June 24, 2019

Solaris Farms Tackles Desert Heat with Global Tech

When Michael Sassano founded Solaris Farms in the Las Vegas area in 2016, his goals were ambitious - create a state-of-the-art desert greenhouse facility that would set new standards for efficient operation, and perhaps even revolutionize the way cannabis is grown in arid climates.



Obviously, desert cultivation of cannabis provides some unique challenges. Intense heat and lack of moisture are less than ideal for prodigious agricultural production. Yet Sassano and the crew at Solaris Farms are making it work, enough so that future expansion seems all but inevitable.

Outdoor cannabis cultivation is out of the question in a desert environment. But arid conditions can be highly conducive to greenhouse production, and Sassano is doing his best to leverage the advantages the desert provides.

Lack of Moisture

“Because we have a less humid environment, actually it’s extremely beneficial,” Sassano explains. “Unlike in many states and areas where they’re taking humidity out, we’re adding it in.”

This procedure gives Solaris Farms precise control over moisture levels inside their greenhouses, based solely on the needs of their plants. In places where excess humidity is a problem, moisture extraction can be time- and power-consuming and costly. Exact control of indoor moisture levels can be more challenging to maintain since relative humidity levels outdoor will fluctuate from day to day. Yet another problem is the risk of mold outbreaks, which is minimal in desert-like conditions.

With moisture added to the air, desert climates are perfect for evaporative cooling systems, and this is another technology Solaris Farms has chosen to deploy. Because water evaporates so efficiently in dry environments, Solaris Farms can enjoy the benefits of this cost-saving, natural form of air conditioning.

An Abundance of Natural Lighting

Another advantage of the desert climate is ample sunlight. Low rainfall means cloudless days and plenty of direct light from sunup to sundown.

“Our use of electricity is limited,” Sassano notes. “Because of the [added] humidity we get to use the wet pad system, and with the Sun we don’t need as many lights.”

As Sassano points out, it is the heat rather than the light that causes problems for greenhouse growers in desert environments. Temperatures in the Nevada desert may exceed the 110-degree mark during the summer, and the combination of direct sunlight and extreme heat exposures can make it a challenge to maintain appropriate indoor temperatures.

Their wet pad cooling system helps address this issue. However, Solaris Farm has taken other steps to control their heat exposure as well.

“At Solaris Farms we have an upper shade system on the entire structure, which shades the sun at 50 percent,” explains Sassano. “We also use a secondary internal shade, which shades at 30 percent to cool it down [even further].” The upper shading system installed by Solaris originated in Dubai, where it is used by farmers growing vegetables in desert greenhouses.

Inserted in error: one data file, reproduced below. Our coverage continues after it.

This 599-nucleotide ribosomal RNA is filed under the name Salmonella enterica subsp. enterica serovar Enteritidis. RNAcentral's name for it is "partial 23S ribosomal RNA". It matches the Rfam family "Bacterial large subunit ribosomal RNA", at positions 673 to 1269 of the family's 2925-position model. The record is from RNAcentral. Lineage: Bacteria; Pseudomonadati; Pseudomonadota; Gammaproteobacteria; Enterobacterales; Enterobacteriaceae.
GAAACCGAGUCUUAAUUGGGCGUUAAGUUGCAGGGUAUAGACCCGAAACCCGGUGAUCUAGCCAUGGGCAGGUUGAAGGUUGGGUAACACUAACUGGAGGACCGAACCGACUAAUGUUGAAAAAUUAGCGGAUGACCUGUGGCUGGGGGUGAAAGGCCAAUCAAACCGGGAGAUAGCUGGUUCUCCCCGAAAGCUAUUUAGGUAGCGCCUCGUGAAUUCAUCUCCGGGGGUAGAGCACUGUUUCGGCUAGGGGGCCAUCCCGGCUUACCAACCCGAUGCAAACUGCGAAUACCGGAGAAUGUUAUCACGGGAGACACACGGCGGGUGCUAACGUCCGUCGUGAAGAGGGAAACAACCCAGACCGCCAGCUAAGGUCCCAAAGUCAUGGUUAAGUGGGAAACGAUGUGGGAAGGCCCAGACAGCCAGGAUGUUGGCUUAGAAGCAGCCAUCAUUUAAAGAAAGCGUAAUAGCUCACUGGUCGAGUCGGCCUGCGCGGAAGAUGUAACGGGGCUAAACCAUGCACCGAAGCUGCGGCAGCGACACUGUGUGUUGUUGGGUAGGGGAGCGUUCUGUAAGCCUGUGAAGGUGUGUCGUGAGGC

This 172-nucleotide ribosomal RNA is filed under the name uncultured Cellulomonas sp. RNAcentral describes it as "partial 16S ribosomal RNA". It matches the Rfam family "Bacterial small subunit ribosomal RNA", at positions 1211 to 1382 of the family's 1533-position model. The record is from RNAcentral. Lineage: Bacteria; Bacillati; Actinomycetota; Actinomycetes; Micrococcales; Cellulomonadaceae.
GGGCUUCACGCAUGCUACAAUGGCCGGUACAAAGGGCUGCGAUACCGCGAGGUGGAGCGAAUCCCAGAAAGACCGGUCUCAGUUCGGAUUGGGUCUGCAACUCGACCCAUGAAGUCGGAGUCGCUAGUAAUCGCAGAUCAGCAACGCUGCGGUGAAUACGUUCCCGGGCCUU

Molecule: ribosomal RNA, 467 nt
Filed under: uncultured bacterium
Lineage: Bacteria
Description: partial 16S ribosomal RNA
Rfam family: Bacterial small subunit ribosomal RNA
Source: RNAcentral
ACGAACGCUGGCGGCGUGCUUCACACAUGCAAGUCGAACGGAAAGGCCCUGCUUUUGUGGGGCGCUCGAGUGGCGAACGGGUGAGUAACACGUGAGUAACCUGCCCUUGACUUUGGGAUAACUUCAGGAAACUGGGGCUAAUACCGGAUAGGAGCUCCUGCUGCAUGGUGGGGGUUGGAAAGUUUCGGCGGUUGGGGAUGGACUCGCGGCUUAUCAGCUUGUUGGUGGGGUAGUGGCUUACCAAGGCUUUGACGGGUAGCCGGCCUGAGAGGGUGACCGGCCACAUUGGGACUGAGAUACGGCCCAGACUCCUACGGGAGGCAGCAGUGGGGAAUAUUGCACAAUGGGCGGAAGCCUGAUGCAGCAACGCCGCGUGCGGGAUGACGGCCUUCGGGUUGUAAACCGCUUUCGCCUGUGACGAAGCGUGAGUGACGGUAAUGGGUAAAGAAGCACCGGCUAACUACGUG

Global Research and Expertise

Michael Sassano’s adoption of a growing technique used in the Middle Eastern desert is no surprise. After launching his business and even before, he traveled all around the world in search of inspiration, insight, and technological applications appropriate for industrial-scale cannabis growing in extreme weather conditions.

“When this was designed three or four years ago, greenhouses in the cannabis industry were fairly novel and new,” Sassano explains. “Industrial-sized greenhouses were in the plans for some people, but there was still nothing to see.

“For this specific project,” he continues, “I went to the desert regions, the equatorial regions, and saw how the actual farmers in those areas were growing. I ended up in Asia, looking at factories [run by] Cargill, one of the largest producers of food in the world, and then I was directed down to the deserts of Kuwait, the Emirates and in that part of the world.”

Sassano describes being awestruck at the site of acre after acre of large-scale greenhouses, specifically designed to produce food in bone-dry environments dominated by harsh heat.

The Solaris Farm formula involves the application of appropriate technology to amplify the efficiency of such facilities, and that is what has allowed the company to take off so quickly. “Our product has a higher profit margin,” Sassano says, “and we’re able to get a little more creative with technology, spend a little more money.”

Knowledge Sharing

While Solaris is protective of its genetic formulas, it is anxious to share knowledge about its methods. They’ve extended an invitation to cannabis entrepreneurs from around the nation and the world to visit Solaris Farms and see for themselves how a large-scale, hybrid indoor/outdoor growing system functions.

“Hopefully this improves the industry,” Sassano declares, “and if we can work together, that’s great. That’s kind of our approach in all this.”

Solaris Farms is currently looking to expand, to export the same techniques that have been working so well in the Nevada desert. They’ve applied for two licenses to open industrial-scale growing facilities on the East Coast. Sassano is also bullish on the European market and is keeping his eye on potential opportunities to promote the Solaris Farms brand internationally.

While the company has only been open for business for three years, Solaris Farms is making an impact in their region by showing others how things can and should be done. Greenhouse cultivation of cannabis is a practical method for converting open land space to profitable agricultural production, and Michael Sassano is ready and willing to demonstrate the Solaris Farms model for those who arrive with open eyes and open minds.